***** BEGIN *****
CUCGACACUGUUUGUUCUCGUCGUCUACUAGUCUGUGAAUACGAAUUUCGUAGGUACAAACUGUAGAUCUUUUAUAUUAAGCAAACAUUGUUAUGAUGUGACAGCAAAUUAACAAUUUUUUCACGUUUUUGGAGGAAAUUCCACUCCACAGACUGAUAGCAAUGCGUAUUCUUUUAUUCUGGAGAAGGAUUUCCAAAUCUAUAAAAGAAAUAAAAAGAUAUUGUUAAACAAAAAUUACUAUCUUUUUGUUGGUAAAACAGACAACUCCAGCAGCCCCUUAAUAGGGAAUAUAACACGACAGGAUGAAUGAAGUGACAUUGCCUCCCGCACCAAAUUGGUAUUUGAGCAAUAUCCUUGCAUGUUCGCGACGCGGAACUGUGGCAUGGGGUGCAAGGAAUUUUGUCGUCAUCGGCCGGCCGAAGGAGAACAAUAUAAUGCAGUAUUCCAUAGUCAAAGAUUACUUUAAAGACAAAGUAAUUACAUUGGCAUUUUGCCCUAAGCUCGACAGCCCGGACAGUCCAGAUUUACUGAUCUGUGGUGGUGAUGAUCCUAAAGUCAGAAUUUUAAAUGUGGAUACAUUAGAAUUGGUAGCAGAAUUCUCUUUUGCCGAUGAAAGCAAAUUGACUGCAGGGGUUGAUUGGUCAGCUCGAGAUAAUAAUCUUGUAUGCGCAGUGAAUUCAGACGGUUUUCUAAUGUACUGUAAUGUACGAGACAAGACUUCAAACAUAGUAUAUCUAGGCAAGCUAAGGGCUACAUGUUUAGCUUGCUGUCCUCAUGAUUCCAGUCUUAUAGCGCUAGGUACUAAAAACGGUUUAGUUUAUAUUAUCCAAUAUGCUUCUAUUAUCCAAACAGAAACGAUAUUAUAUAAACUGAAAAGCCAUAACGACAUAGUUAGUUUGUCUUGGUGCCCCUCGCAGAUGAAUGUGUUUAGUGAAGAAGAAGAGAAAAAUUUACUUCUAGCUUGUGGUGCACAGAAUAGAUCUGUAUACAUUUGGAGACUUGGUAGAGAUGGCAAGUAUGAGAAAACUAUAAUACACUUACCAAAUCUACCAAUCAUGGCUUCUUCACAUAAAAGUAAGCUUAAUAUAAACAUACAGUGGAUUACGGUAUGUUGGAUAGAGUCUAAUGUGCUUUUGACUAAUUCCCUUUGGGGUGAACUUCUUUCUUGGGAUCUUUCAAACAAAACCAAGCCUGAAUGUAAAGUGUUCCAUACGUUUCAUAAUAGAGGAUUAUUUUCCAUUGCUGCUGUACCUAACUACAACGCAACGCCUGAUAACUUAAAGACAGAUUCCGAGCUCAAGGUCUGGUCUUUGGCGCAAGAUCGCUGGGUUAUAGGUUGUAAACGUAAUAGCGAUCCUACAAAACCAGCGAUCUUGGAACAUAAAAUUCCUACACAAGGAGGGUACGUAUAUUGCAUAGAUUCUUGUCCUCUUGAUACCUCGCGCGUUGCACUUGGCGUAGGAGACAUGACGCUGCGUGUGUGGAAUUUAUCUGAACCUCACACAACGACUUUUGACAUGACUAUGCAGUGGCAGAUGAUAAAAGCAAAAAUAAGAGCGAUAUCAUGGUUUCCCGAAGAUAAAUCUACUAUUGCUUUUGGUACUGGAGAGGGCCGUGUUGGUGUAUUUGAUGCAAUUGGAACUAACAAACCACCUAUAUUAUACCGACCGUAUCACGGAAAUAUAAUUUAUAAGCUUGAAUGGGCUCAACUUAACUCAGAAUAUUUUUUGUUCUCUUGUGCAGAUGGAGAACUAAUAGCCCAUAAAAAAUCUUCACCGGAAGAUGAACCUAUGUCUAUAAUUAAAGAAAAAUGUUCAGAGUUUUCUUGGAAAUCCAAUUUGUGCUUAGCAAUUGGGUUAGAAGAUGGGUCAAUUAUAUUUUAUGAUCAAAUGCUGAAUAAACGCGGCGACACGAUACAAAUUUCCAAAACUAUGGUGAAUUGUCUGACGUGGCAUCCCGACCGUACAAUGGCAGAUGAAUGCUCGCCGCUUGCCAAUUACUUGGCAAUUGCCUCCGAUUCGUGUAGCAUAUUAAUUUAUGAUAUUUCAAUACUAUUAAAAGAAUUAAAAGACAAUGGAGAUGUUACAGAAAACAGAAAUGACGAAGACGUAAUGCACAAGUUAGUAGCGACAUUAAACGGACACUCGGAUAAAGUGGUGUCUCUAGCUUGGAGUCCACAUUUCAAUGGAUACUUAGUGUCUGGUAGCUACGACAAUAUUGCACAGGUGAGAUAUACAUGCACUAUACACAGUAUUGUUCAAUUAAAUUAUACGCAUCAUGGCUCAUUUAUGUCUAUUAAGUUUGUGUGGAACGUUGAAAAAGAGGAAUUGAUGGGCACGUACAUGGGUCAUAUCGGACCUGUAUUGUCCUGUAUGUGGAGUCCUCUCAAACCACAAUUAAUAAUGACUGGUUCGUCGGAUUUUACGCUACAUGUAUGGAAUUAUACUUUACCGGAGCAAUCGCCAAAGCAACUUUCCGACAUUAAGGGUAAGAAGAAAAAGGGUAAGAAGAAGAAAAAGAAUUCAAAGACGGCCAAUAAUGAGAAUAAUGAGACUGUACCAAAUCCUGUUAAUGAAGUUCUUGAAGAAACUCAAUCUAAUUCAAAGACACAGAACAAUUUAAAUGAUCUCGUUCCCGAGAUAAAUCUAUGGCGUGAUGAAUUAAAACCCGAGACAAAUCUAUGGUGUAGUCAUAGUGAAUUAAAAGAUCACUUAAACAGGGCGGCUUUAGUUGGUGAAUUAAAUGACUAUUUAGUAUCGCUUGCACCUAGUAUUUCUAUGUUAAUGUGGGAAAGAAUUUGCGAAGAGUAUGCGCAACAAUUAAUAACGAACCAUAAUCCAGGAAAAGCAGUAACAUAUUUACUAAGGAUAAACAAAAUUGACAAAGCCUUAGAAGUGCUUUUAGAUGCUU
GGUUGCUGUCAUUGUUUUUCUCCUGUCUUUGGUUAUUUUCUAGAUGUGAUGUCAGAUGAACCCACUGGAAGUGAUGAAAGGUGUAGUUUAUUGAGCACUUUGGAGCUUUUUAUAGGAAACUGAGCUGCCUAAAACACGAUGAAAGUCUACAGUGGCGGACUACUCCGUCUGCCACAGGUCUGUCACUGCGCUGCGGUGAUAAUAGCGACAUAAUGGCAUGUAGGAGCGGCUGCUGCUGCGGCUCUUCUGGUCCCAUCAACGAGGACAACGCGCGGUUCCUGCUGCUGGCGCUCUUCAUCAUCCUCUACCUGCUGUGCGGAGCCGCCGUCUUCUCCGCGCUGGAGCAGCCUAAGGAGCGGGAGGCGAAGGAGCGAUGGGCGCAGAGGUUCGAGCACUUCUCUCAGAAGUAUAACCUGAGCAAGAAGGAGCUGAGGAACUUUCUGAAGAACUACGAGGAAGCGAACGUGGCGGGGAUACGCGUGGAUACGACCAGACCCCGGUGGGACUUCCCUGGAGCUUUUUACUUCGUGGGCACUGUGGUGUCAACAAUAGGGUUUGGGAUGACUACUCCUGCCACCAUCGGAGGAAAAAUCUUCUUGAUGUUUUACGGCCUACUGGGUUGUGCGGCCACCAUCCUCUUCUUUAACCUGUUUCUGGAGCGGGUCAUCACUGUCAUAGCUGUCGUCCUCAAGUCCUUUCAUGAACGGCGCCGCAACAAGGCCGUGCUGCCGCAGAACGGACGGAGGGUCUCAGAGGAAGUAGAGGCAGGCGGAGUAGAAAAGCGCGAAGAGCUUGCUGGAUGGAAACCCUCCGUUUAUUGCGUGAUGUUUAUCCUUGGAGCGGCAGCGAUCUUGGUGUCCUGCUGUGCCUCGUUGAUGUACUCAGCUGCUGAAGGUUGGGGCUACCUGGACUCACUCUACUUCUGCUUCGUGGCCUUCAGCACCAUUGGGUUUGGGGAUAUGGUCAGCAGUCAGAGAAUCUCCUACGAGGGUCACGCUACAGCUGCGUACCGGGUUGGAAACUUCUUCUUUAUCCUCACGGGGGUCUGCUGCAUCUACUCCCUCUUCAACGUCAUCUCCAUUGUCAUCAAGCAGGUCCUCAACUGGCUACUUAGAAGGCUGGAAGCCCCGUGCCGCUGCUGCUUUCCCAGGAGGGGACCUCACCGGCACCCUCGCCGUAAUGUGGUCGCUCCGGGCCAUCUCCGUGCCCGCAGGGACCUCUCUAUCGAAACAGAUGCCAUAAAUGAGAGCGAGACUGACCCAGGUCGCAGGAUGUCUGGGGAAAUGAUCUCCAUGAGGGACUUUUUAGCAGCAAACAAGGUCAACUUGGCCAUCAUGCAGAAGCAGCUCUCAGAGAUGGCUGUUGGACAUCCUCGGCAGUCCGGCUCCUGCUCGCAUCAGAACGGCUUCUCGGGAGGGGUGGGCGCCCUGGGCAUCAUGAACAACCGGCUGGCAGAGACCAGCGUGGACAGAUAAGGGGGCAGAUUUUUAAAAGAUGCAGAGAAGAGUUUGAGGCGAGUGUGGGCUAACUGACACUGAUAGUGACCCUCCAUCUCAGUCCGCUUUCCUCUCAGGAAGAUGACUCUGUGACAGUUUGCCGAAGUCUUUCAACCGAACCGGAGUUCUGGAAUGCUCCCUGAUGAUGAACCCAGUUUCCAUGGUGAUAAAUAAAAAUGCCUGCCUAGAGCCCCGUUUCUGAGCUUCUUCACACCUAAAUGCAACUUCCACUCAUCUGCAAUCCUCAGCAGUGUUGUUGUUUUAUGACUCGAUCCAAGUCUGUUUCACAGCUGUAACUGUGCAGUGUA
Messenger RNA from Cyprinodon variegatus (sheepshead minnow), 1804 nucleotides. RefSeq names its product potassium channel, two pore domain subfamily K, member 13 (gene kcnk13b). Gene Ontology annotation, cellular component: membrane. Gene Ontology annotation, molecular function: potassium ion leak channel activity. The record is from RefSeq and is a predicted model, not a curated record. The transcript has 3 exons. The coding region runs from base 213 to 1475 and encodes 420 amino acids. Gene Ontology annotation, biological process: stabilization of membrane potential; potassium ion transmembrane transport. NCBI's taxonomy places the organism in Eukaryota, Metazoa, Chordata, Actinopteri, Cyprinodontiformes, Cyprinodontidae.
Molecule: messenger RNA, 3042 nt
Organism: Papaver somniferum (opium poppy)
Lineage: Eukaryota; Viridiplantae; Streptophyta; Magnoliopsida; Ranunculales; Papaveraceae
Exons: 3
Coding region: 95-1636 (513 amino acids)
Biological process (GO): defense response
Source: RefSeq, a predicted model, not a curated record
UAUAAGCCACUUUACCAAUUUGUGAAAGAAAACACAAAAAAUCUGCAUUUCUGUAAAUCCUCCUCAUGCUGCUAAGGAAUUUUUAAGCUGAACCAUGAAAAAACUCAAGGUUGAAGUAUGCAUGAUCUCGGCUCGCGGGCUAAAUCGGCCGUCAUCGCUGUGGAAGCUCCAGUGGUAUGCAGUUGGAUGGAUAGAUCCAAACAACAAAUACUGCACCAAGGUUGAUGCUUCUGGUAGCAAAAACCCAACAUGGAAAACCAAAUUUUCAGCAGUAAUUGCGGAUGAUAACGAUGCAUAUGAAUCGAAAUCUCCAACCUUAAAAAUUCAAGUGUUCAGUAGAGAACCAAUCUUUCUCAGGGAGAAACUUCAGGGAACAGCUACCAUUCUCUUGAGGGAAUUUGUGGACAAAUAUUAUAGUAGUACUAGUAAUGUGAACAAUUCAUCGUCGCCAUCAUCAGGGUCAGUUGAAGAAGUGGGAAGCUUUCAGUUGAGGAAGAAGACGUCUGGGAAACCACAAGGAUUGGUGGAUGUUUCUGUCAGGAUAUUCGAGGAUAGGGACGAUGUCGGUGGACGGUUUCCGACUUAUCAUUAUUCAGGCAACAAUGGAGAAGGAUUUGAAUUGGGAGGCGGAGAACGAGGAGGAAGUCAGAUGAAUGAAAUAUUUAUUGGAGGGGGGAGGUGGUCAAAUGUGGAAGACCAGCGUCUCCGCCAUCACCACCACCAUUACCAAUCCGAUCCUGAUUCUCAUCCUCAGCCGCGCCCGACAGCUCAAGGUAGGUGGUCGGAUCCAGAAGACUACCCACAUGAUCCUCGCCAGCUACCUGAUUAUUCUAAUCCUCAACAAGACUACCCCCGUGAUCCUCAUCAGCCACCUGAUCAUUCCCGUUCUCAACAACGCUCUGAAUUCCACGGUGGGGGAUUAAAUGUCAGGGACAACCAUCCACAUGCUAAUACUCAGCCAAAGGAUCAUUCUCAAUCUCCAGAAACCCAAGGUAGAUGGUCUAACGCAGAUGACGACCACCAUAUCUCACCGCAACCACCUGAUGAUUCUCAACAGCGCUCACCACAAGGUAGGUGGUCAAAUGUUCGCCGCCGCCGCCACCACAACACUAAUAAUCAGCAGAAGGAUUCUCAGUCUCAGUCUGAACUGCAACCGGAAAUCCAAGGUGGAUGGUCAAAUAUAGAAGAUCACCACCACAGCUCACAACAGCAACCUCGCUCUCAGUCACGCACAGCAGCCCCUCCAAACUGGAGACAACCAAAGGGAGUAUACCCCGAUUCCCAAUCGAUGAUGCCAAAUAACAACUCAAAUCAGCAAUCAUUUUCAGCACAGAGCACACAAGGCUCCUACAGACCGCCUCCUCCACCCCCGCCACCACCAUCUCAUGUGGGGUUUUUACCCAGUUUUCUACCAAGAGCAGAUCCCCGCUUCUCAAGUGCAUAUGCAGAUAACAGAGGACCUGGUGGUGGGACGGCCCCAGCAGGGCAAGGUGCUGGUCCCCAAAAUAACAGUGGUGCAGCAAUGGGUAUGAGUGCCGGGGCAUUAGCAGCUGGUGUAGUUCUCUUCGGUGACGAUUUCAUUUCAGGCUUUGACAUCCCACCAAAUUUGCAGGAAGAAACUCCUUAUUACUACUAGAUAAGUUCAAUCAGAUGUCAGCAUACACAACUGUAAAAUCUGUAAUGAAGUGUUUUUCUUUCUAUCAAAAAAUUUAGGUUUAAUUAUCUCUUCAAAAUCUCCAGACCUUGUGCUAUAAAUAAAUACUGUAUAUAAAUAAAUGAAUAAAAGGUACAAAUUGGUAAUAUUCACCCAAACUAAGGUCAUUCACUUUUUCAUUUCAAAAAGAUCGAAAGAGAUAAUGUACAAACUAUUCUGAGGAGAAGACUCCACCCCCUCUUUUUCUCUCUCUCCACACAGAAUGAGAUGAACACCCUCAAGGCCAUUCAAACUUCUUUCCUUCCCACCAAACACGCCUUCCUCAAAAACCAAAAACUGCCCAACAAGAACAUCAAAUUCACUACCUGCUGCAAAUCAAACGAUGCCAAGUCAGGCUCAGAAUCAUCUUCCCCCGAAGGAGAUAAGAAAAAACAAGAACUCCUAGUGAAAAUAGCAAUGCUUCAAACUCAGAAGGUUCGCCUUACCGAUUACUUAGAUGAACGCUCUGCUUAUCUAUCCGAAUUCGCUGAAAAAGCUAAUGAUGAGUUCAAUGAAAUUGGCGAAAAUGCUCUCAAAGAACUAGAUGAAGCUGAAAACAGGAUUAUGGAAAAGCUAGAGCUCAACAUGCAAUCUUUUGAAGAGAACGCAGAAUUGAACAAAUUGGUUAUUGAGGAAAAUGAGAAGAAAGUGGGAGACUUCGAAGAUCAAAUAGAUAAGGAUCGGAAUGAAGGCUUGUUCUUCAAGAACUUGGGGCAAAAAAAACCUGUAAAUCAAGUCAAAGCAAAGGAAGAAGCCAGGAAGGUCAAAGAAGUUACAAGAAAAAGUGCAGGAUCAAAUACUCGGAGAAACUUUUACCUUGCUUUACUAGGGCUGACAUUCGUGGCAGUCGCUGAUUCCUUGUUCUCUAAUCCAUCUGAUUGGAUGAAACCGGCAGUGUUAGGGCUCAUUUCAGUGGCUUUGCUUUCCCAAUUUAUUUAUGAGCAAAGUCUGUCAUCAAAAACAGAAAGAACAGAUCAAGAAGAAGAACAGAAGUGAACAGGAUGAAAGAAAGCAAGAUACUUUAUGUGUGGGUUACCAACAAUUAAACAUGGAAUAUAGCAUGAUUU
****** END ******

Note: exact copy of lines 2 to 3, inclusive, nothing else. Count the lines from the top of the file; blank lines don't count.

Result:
GGUUGCUGUCAUUGUUUUUCUCCUGUCUUUGGUUAUUUUCUAGAUGUGAUGUCAGAUGAACCCACUGGAAGUGAUGAAAGGUGUAGUUUAUUGAGCACUUUGGAGCUUUUUAUAGGAAACUGAGCUGCCUAAAACACGAUGAAAGUCUACAGUGGCGGACUACUCCGUCUGCCACAGGUCUGUCACUGCGCUGCGGUGAUAAUAGCGACAUAAUGGCAUGUAGGAGCGGCUGCUGCUGCGGCUCUUCUGGUCCCAUCAACGAGGACAACGCGCGGUUCCUGCUGCUGGCGCUCUUCAUCAUCCUCUACCUGCUGUGCGGAGCCGCCGUCUUCUCCGCGCUGGAGCAGCCUAAGGAGCGGGAGGCGAAGGAGCGAUGGGCGCAGAGGUUCGAGCACUUCUCUCAGAAGUAUAACCUGAGCAAGAAGGAGCUGAGGAACUUUCUGAAGAACUACGAGGAAGCGAACGUGGCGGGGAUACGCGUGGAUACGACCAGACCCCGGUGGGACUUCCCUGGAGCUUUUUACUUCGUGGGCACUGUGGUGUCAACAAUAGGGUUUGGGAUGACUACUCCUGCCACCAUCGGAGGAAAAAUCUUCUUGAUGUUUUACGGCCUACUGGGUUGUGCGGCCACCAUCCUCUUCUUUAACCUGUUUCUGGAGCGGGUCAUCACUGUCAUAGCUGUCGUCCUCAAGUCCUUUCAUGAACGGCGCCGCAACAAGGCCGUGCUGCCGCAGAACGGACGGAGGGUCUCAGAGGAAGUAGAGGCAGGCGGAGUAGAAAAGCGCGAAGAGCUUGCUGGAUGGAAACCCUCCGUUUAUUGCGUGAUGUUUAUCCUUGGAGCGGCAGCGAUCUUGGUGUCCUGCUGUGCCUCGUUGAUGUACUCAGCUGCUGAAGGUUGGGGCUACCUGGACUCACUCUACUUCUGCUUCGUGGCCUUCAGCACCAUUGGGUUUGGGGAUAUGGUCAGCAGUCAGAGAAUCUCCUACGAGGGUCACGCUACAGCUGCGUACCGGGUUGGAAACUUCUUCUUUAUCCUCACGGGGGUCUGCUGCAUCUACUCCCUCUUCAACGUCAUCUCCAUUGUCAUCAAGCAGGUCCUCAACUGGCUACUUAGAAGGCUGGAAGCCCCGUGCCGCUGCUGCUUUCCCAGGAGGGGACCUCACCGGCACCCUCGCCGUAAUGUGGUCGCUCCGGGCCAUCUCCGUGCCCGCAGGGACCUCUCUAUCGAAACAGAUGCCAUAAAUGAGAGCGAGACUGACCCAGGUCGCAGGAUGUCUGGGGAAAUGAUCUCCAUGAGGGACUUUUUAGCAGCAAACAAGGUCAACUUGGCCAUCAUGCAGAAGCAGCUCUCAGAGAUGGCUGUUGGACAUCCUCGGCAGUCCGGCUCCUGCUCGCAUCAGAACGGCUUCUCGGGAGGGGUGGGCGCCCUGGGCAUCAUGAACAACCGGCUGGCAGAGACCAGCGUGGACAGAUAAGGGGGCAGAUUUUUAAAAGAUGCAGAGAAGAGUUUGAGGCGAGUGUGGGCUAACUGACACUGAUAGUGACCCUCCAUCUCAGUCCGCUUUCCUCUCAGGAAGAUGACUCUGUGACAGUUUGCCGAAGUCUUUCAACCGAACCGGAGUUCUGGAAUGCUCCCUGAUGAUGAACCCAGUUUCCAUGGUGAUAAAUAAAAAUGCCUGCCUAGAGCCCCGUUUCUGAGCUUCUUCACACCUAAAUGCAACUUCCACUCAUCUGCAAUCCUCAGCAGUGUUGUUGUUUUAUGACUCGAUCCAAGUCUGUUUCACAGCUGUAACUGUGCAGUGUA
Messenger RNA from Cyprinodon variegatus (sheepshead minnow), 1804 nucleotides. RefSeq names its product potassium channel, two pore domain subfamily K, member 13 (gene kcnk13b). Gene Ontology annotation, cellular component: membrane. Gene Ontology annotation, molecular function: potassium ion leak channel activity. The record is from RefSeq and is a predicted model, not a curated record. The transcript has 3 exons. The coding region runs from base 213 to 1475 and encodes 420 amino acids. Gene Ontology annotation, biological process: stabilization of membrane potential; potassium ion transmembrane transport. NCBI's taxonomy places the organism in Eukaryota, Metazoa, Chordata, Actinopteri, Cyprinodontiformes, Cyprinodontidae.